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Evaluating and Implementing Airport Privatization and Public-Private Partnerships (2021)

Chapter:Chapter 6 - Structuring the Procurement Process

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Suggested Citation:"Chapter 6 - Structuring the Procurement Process." National Academies of Sciences, Engineering, and Medicine. 2021. Evaluating and Implementing Airport Privatization and Public-Private Partnerships. Washington, DC: The National Academies Press. doi: 10.17226/26179.
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Suggested Citation:"Chapter 6 - Structuring the Procurement Process." National Academies of Sciences, Engineering, and Medicine. 2021. Evaluating and Implementing Airport Privatization and Public-Private Partnerships. Washington, DC: The National Academies Press. doi: 10.17226/26179.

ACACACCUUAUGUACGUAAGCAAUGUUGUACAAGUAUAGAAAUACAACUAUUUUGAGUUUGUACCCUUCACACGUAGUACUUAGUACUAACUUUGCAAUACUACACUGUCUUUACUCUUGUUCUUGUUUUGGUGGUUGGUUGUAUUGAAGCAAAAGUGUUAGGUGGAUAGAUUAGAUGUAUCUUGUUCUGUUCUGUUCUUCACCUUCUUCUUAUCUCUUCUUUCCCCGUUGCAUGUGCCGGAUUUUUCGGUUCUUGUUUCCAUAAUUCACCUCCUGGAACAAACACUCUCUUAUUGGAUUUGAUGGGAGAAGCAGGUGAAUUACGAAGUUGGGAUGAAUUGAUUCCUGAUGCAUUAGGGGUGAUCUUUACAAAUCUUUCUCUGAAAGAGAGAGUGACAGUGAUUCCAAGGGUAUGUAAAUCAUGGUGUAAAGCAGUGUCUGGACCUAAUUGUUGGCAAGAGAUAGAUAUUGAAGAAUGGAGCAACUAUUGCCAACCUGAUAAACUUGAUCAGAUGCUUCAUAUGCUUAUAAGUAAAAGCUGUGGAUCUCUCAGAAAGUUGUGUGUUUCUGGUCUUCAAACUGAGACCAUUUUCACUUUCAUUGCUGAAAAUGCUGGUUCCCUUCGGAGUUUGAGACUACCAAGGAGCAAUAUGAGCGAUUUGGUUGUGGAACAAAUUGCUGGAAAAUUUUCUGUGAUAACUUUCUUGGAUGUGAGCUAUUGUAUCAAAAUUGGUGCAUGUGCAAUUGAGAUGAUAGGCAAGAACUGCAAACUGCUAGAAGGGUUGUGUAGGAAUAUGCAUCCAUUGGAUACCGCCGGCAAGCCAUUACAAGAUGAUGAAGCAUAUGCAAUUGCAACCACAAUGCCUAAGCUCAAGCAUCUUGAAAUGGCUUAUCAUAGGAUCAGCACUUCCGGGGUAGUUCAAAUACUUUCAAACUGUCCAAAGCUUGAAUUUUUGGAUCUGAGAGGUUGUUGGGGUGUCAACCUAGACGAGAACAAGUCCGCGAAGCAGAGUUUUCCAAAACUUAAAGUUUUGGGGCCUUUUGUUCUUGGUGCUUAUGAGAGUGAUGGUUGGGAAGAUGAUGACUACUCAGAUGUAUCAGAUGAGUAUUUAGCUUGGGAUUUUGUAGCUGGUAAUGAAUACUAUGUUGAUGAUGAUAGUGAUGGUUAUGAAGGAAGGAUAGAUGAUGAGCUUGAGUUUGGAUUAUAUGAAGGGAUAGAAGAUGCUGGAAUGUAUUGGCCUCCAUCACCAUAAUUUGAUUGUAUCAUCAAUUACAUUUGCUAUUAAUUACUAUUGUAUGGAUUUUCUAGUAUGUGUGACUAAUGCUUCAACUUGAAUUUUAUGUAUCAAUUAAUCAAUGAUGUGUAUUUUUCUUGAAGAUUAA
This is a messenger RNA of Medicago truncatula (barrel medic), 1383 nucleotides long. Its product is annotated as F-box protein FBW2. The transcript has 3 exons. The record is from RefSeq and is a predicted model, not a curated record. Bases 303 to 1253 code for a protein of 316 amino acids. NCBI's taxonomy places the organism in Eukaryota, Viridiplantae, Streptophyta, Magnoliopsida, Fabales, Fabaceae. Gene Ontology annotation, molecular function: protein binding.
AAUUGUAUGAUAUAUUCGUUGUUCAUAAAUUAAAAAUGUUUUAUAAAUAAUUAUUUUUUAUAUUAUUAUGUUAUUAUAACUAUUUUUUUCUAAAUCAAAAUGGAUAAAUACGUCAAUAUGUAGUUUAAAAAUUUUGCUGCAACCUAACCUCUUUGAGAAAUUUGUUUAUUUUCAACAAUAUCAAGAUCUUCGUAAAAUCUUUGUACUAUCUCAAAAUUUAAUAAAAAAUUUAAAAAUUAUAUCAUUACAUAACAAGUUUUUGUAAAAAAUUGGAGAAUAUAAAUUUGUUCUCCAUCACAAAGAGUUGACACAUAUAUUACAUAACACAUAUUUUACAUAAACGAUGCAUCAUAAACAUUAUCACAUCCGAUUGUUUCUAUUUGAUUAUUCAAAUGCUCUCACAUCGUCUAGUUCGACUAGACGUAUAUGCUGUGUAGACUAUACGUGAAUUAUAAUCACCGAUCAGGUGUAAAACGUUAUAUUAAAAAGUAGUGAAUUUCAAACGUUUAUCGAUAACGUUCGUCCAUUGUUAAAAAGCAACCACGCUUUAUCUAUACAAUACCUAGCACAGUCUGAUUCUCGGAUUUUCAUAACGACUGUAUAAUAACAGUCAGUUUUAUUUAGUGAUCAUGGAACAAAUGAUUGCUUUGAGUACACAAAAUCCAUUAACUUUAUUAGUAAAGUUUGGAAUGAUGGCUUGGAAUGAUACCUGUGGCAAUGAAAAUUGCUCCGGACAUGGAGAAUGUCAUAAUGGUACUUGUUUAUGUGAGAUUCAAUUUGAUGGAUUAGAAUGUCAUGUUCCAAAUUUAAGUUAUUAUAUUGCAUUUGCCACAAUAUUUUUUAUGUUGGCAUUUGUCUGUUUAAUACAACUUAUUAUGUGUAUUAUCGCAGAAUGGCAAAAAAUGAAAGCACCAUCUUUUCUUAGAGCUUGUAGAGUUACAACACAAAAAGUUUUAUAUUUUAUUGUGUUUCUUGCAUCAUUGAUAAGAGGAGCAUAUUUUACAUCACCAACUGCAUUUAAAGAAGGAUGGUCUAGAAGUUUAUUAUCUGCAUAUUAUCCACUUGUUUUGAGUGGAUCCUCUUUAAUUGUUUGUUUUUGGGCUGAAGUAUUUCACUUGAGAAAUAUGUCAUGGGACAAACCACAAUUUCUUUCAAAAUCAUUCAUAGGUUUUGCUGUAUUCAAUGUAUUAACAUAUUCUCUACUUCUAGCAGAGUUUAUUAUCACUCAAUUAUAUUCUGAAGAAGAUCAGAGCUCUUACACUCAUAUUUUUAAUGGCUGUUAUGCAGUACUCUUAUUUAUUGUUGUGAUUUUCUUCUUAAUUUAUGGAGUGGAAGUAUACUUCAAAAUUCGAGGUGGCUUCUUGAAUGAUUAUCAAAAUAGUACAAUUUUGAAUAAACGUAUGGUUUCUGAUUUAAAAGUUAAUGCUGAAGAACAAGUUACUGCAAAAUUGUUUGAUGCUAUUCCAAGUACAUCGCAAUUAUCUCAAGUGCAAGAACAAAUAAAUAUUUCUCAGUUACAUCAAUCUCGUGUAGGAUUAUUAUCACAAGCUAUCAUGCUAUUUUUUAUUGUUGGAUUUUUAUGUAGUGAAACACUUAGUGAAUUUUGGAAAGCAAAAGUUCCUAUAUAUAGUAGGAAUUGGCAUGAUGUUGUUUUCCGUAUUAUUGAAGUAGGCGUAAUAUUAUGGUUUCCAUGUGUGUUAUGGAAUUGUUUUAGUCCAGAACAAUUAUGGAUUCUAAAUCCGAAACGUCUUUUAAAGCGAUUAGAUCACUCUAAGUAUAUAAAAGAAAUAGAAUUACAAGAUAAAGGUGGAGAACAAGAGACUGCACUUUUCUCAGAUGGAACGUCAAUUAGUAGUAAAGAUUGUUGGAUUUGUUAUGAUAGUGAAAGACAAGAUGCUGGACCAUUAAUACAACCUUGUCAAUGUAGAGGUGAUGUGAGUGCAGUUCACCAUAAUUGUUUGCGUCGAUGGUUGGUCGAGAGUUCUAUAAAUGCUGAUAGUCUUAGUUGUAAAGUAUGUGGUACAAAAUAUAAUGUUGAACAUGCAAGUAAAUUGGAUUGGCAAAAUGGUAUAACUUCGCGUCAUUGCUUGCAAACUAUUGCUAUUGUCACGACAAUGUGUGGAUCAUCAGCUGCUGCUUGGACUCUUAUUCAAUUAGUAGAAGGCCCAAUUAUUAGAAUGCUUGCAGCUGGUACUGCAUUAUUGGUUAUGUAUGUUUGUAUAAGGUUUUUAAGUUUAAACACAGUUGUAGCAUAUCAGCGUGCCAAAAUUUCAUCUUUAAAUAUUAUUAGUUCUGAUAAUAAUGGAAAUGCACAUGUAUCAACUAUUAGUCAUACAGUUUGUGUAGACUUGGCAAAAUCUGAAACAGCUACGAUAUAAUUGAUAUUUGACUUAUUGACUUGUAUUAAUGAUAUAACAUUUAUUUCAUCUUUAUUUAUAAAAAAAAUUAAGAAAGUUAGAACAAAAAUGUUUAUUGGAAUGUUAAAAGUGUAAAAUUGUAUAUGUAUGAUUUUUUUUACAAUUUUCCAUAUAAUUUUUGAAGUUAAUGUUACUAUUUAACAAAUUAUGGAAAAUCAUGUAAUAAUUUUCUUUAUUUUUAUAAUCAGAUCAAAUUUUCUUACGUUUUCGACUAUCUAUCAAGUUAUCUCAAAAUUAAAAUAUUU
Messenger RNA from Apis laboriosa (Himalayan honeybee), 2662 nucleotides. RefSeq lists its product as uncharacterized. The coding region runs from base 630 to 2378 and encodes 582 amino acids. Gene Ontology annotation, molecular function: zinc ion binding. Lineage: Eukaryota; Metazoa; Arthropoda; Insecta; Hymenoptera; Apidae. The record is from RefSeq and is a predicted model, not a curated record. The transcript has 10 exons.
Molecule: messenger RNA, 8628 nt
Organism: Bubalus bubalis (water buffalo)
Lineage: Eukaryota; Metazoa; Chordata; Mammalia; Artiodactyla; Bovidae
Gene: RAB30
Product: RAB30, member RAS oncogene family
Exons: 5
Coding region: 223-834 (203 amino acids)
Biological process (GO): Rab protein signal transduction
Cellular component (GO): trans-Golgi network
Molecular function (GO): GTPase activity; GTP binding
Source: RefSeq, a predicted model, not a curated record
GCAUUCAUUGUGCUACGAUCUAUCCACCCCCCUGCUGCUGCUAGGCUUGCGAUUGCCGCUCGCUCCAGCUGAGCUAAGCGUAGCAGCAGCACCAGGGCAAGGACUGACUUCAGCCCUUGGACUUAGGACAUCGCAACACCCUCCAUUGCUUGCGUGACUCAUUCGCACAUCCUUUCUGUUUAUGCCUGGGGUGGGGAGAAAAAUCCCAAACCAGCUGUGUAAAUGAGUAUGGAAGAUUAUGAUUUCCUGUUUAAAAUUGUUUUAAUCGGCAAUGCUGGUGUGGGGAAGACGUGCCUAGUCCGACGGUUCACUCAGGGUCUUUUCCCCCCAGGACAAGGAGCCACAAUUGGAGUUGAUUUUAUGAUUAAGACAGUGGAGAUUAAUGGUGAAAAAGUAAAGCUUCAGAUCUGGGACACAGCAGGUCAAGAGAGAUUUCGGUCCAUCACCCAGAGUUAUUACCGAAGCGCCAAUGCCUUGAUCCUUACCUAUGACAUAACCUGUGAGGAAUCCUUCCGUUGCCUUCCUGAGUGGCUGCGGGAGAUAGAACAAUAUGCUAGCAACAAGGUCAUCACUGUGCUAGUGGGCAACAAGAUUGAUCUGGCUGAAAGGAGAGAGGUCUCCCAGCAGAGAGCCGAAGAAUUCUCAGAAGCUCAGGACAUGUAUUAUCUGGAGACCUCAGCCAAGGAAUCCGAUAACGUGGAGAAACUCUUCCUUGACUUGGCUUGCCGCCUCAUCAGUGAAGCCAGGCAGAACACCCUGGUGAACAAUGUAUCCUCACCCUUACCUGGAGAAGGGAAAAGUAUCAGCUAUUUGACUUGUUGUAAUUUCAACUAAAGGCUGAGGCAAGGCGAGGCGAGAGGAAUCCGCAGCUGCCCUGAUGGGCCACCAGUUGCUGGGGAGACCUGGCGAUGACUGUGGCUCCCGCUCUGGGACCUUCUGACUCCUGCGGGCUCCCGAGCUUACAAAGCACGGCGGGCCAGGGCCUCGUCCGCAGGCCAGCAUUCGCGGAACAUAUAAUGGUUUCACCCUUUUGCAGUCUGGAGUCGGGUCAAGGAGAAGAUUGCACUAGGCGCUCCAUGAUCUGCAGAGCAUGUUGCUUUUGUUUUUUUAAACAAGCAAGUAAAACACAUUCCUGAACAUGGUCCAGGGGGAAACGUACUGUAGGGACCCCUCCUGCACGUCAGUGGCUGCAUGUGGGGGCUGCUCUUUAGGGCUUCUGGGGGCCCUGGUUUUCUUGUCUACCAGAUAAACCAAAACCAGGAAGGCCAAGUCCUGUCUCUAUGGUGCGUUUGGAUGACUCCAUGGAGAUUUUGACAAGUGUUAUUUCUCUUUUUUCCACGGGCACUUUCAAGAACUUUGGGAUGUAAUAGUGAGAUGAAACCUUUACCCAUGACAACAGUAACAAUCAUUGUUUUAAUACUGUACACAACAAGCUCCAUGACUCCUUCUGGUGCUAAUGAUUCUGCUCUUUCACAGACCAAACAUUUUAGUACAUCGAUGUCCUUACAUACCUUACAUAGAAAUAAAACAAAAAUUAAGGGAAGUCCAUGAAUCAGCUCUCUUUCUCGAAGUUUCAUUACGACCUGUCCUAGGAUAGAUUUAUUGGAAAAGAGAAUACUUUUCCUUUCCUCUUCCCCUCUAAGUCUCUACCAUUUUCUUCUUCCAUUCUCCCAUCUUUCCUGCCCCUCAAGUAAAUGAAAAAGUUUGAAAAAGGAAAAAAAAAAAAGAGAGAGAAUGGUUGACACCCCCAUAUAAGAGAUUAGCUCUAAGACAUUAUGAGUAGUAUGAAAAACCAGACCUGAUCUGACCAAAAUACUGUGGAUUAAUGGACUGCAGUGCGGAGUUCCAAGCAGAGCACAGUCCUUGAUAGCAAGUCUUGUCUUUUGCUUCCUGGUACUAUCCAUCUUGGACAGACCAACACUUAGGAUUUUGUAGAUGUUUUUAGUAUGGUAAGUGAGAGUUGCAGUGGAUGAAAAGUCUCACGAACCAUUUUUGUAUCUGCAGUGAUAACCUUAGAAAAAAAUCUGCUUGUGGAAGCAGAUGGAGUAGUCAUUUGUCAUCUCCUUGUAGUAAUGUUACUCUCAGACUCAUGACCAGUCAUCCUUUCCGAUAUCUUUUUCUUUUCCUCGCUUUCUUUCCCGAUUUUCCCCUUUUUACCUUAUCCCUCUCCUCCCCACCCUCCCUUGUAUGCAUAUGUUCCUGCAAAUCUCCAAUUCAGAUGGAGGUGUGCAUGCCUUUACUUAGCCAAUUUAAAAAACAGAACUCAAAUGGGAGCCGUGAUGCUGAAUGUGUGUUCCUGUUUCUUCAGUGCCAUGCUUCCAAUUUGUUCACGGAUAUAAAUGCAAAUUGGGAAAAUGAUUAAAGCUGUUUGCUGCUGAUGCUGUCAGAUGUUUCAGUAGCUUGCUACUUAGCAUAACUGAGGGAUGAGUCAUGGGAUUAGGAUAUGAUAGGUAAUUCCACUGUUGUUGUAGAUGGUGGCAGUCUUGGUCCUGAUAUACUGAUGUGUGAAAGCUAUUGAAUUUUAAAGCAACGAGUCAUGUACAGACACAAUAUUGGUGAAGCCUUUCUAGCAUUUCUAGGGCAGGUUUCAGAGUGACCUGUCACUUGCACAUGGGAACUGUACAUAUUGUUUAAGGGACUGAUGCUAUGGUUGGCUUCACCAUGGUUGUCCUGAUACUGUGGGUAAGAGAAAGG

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Suggested Citation:"Chapter 6 - Structuring the Procurement Process." National Academies of Sciences, Engineering, and Medicine. 2021. Evaluating and Implementing Airport Privatization and Public-Private Partnerships. Washington, DC: The National Academies Press. doi: 10.17226/26179.
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Suggested Citation:"Chapter 6 - Structuring the Procurement Process." National Academies of Sciences, Engineering, and Medicine. 2021. Evaluating and Implementing Airport Privatization and Public-Private Partnerships. Washington, DC: The National Academies Press. doi: 10.17226/26179.